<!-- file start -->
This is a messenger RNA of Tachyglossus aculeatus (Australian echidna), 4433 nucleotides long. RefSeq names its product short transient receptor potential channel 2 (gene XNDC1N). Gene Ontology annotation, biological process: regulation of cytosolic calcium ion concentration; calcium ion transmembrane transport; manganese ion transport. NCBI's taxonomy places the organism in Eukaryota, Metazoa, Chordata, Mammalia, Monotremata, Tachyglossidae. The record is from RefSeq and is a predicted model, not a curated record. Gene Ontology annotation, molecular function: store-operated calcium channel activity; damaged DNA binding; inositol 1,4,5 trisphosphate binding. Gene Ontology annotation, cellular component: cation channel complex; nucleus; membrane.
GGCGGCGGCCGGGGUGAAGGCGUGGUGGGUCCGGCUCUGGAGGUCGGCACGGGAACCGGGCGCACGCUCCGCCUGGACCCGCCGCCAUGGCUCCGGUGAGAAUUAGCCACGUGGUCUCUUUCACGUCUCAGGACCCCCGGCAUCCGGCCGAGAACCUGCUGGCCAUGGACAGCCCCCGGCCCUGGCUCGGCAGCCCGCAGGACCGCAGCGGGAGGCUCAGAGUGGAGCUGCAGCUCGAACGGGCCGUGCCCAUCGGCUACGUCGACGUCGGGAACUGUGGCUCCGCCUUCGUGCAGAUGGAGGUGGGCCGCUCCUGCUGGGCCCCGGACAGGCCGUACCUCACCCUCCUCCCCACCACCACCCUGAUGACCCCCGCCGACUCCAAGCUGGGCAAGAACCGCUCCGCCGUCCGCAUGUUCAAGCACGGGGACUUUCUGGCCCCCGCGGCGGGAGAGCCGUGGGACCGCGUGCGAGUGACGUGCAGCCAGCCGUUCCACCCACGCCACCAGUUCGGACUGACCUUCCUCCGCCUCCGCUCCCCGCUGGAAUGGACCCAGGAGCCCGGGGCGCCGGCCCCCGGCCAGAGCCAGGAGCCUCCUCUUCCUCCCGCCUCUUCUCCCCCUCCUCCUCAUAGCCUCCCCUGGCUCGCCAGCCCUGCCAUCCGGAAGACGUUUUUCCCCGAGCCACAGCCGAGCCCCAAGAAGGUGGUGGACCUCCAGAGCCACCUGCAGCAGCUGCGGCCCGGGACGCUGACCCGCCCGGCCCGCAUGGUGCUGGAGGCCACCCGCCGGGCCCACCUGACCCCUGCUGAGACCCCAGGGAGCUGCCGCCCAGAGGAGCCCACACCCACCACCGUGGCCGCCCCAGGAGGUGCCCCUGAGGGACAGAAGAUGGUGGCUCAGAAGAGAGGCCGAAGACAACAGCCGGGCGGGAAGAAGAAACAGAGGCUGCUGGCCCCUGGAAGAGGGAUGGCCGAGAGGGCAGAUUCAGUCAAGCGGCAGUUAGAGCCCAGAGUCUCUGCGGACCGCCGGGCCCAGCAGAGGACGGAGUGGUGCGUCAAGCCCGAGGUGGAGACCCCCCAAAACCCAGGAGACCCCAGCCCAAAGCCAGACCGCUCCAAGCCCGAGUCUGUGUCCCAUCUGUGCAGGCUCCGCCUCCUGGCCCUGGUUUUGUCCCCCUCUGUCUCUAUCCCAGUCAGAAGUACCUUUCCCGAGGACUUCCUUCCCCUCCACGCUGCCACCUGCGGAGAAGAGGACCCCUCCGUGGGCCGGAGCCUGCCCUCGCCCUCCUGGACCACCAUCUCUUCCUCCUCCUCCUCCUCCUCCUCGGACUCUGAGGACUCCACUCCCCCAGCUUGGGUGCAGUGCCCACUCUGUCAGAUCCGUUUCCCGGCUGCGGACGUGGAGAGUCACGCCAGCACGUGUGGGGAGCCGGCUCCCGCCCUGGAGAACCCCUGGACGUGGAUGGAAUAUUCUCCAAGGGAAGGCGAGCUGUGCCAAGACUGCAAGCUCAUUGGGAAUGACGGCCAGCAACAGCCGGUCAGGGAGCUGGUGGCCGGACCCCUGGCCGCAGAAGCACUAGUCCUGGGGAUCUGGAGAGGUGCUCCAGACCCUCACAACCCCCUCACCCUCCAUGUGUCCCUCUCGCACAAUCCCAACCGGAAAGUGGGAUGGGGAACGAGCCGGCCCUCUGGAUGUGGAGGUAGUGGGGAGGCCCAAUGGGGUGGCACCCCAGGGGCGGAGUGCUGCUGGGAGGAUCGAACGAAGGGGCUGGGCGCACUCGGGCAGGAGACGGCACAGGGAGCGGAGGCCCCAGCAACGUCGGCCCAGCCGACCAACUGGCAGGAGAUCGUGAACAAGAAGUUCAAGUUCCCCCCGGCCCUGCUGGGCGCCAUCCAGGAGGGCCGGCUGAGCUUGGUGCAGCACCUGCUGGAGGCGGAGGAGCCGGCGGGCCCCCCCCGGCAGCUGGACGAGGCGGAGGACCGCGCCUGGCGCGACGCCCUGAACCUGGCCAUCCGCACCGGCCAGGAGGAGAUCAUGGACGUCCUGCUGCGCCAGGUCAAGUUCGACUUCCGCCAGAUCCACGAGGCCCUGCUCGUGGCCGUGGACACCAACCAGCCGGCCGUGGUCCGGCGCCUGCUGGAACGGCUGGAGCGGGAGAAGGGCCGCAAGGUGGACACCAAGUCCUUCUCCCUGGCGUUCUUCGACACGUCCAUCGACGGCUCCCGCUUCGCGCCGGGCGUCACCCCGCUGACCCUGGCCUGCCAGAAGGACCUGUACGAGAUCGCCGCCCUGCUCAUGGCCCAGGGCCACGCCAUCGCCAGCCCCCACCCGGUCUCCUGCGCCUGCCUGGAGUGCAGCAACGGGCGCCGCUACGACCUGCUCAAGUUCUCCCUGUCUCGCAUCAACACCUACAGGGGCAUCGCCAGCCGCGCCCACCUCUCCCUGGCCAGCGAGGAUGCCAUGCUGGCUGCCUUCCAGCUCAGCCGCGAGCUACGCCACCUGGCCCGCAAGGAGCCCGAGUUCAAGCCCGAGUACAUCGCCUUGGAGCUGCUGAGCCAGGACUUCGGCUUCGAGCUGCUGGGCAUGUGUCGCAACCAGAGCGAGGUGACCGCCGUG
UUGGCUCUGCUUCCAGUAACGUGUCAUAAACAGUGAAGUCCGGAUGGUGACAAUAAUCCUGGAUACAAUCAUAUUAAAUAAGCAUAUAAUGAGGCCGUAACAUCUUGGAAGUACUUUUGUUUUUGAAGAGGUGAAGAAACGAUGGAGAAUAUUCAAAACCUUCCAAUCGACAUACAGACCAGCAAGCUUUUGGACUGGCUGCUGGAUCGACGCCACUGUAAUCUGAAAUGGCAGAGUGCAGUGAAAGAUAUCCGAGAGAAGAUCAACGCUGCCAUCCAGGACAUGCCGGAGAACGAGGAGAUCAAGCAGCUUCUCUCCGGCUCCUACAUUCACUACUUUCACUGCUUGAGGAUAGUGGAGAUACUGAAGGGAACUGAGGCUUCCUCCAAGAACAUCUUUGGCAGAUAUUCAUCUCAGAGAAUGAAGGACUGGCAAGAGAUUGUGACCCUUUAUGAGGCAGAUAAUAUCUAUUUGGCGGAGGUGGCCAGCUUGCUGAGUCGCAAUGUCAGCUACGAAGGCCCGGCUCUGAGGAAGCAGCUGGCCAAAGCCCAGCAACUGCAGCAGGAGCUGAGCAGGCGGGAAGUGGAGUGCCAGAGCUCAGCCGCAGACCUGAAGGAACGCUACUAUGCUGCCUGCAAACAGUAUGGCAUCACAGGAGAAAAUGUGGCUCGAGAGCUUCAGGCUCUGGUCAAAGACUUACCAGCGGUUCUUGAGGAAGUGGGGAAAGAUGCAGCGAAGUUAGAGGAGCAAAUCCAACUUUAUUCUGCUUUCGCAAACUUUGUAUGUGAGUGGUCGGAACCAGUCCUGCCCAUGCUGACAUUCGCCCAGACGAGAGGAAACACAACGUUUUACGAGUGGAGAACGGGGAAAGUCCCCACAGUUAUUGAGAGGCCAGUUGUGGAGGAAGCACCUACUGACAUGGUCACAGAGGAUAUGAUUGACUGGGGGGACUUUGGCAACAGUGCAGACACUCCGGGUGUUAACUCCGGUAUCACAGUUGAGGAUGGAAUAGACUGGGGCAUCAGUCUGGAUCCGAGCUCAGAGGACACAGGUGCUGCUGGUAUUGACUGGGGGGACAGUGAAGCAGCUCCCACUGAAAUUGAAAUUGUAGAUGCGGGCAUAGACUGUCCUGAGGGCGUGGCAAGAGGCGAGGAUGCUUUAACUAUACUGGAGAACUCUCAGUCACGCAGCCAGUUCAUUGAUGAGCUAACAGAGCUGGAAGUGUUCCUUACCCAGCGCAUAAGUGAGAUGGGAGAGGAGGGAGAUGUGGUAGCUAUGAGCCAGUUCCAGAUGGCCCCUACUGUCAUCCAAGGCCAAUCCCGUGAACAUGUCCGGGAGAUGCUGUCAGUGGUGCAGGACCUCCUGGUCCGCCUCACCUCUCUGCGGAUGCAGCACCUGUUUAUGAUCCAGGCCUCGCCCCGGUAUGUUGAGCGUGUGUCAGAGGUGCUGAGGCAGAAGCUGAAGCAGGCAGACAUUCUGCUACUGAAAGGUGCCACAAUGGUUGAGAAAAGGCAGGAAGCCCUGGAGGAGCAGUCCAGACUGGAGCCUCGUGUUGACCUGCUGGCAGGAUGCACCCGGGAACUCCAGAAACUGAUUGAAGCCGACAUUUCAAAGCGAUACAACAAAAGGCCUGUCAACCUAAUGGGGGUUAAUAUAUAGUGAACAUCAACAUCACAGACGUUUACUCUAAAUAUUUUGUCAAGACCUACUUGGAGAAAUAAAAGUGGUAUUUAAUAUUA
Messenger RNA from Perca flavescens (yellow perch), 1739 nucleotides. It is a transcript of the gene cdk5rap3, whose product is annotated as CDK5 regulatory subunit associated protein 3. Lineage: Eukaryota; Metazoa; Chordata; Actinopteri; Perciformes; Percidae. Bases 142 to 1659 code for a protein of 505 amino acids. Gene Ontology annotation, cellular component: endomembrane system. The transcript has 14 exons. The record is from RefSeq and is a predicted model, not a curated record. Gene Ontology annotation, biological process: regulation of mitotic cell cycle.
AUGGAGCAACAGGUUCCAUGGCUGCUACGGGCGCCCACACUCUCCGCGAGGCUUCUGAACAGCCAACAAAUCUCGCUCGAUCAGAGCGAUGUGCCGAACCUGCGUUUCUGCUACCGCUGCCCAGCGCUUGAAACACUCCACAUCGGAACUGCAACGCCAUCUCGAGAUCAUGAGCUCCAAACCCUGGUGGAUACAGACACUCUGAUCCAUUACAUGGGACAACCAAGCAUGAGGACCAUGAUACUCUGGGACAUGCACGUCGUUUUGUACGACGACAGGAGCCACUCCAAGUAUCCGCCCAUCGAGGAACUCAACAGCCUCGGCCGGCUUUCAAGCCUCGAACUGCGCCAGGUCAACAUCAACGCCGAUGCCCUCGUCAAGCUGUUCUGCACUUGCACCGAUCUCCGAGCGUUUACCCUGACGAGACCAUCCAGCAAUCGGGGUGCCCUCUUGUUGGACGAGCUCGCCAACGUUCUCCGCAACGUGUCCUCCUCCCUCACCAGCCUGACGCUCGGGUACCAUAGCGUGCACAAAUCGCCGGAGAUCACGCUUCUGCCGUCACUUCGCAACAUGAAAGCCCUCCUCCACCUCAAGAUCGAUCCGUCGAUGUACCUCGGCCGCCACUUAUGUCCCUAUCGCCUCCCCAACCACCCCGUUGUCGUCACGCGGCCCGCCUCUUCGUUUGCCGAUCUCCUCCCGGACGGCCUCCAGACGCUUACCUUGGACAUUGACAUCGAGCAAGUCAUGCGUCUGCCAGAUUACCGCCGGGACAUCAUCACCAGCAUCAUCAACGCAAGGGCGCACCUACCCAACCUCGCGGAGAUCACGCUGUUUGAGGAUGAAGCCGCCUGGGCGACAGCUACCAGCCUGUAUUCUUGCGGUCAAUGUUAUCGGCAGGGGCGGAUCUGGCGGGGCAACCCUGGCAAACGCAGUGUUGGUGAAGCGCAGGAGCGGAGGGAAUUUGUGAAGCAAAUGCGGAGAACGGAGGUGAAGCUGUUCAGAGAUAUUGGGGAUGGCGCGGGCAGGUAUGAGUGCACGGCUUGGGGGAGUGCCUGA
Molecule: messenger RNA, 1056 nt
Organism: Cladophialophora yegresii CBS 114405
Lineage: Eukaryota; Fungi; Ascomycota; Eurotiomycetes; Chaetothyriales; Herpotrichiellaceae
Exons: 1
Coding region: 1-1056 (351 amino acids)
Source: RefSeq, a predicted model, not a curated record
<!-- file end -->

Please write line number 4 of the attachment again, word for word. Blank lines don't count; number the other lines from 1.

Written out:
Messenger RNA from Perca flavescens (yellow perch), 1739 nucleotides. It is a transcript of the gene cdk5rap3, whose product is annotated as CDK5 regulatory subunit associated protein 3. Lineage: Eukaryota; Metazoa; Chordata; Actinopteri; Perciformes; Percidae. Bases 142 to 1659 code for a protein of 505 amino acids. Gene Ontology annotation, cellular component: endomembrane system. The transcript has 14 exons. The record is from RefSeq and is a predicted model, not a curated record. Gene Ontology annotation, biological process: regulation of mitotic cell cycle.